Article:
Journal Article

A cross-correlation study between the cosmological 21 cm signal and the kinetic Sunyaev–Zel'dovich effect

Vibor Jelić, Saleem Zaroubi, Nabila Aghanim, Marian Douspis, Léon V. E. Koopmans, Mathieu Langer, Garrelt Mellema, Hiroyuki Tashiro and Rajat M. Thomas

in Monthly Notices of the Royal Astronomical Society

Published on behalf of The Royal Astronomical Society

Volume 402, issue 4, pages 2279-2290
Published in print March 2010 | ISSN: 0035-8711
Published online March 2010 | e-ISSN: 1365-2966 | DOI:
A cross-correlation study between the cosmological 21 cm signal and the kinetic Sunyaev–Zel'dovich effect

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The Universe's Epoch of Reionization can be studied using a number of observational probes that provide complementary or corroborating information. Each of these probes suffers from its own systematic and statistical uncertainties. It is therefore useful to consider the mutual information that these data sets contain. In this paper, we present a cross-correlation study between the kinetic Sunyaev–Zel'dovich effect – produced by the scattering of cosmic microwave background (CMB) photons off free electrons produced during the reionization process – and the cosmological 21 cm signal – which reflects the neutral hydrogen content of the Universe, as a function of redshift. The study is carried out using a simulated reionization history in 100 h−1 Mpc scale N-body simulations with radiative transfer. In essence, we find that the two probes anticorrelate. The significance of the anticorrelation signal depends on the extent of the reionization process, wherein extended histories result in a much stronger signal compared to instantaneous cases. Unfortunately, however, once the primary CMB fluctuations are included into our simulation they serve as a source of large correlated noise that renders the cross-correlation signal insignificant, regardless of the reionization scenario.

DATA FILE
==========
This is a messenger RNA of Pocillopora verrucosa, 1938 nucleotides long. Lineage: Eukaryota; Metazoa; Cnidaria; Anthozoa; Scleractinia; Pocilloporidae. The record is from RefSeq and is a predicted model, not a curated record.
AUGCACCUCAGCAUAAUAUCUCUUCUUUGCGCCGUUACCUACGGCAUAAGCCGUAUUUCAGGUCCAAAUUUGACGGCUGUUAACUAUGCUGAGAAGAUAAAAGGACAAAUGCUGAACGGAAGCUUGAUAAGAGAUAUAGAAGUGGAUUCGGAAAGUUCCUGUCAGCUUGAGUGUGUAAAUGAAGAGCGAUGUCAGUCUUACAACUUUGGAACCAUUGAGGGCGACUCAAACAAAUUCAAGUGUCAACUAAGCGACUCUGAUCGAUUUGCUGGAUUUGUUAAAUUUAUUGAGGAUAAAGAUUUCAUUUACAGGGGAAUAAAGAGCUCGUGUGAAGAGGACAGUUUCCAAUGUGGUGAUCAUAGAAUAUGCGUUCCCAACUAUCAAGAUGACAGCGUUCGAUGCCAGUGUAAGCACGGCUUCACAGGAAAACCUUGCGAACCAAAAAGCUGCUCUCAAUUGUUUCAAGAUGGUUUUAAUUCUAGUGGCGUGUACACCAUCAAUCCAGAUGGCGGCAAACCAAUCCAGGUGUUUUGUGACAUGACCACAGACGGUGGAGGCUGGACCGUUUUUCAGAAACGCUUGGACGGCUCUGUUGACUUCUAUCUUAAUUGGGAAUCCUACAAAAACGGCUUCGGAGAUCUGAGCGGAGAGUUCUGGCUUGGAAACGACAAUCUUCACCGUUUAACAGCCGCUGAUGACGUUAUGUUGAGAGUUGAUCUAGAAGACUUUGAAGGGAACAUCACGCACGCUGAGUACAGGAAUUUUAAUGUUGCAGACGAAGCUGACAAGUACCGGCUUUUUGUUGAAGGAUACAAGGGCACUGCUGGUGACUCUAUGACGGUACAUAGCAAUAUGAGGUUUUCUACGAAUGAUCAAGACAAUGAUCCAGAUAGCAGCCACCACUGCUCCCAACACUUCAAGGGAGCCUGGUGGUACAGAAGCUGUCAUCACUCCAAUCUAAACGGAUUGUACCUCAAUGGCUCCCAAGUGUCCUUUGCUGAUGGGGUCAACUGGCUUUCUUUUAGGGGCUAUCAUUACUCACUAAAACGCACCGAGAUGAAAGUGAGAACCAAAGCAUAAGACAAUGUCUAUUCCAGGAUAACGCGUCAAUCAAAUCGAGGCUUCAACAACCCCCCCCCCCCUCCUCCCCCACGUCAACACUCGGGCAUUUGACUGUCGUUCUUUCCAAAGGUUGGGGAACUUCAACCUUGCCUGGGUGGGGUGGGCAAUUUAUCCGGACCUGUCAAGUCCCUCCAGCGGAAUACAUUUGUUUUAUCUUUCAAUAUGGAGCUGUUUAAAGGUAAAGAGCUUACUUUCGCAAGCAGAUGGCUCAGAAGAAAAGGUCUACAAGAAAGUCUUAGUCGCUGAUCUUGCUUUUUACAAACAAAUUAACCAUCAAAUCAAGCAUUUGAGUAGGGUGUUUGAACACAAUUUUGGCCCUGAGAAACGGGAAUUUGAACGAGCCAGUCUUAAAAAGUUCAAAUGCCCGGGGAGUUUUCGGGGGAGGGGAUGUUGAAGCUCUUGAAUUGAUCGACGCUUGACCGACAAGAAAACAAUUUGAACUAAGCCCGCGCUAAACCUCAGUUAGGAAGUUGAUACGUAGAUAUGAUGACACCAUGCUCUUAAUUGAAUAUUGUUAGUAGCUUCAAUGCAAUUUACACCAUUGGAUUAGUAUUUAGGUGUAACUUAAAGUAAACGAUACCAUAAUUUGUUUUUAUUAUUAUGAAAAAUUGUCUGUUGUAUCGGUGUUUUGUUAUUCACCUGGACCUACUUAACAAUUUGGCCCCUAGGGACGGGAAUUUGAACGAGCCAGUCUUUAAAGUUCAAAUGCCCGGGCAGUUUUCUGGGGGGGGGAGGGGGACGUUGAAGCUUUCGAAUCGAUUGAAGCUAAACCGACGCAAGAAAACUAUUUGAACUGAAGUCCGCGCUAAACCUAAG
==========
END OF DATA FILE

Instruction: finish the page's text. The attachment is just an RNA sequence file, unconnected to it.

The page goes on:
Keywords: cosmic microwave background; cosmology: theory; diffuse radiation; large-scale structure of Universe; radio lines: general

Journal Article.  8471 words.  Illustrated.

Subjects: Astronomy and Astrophysics

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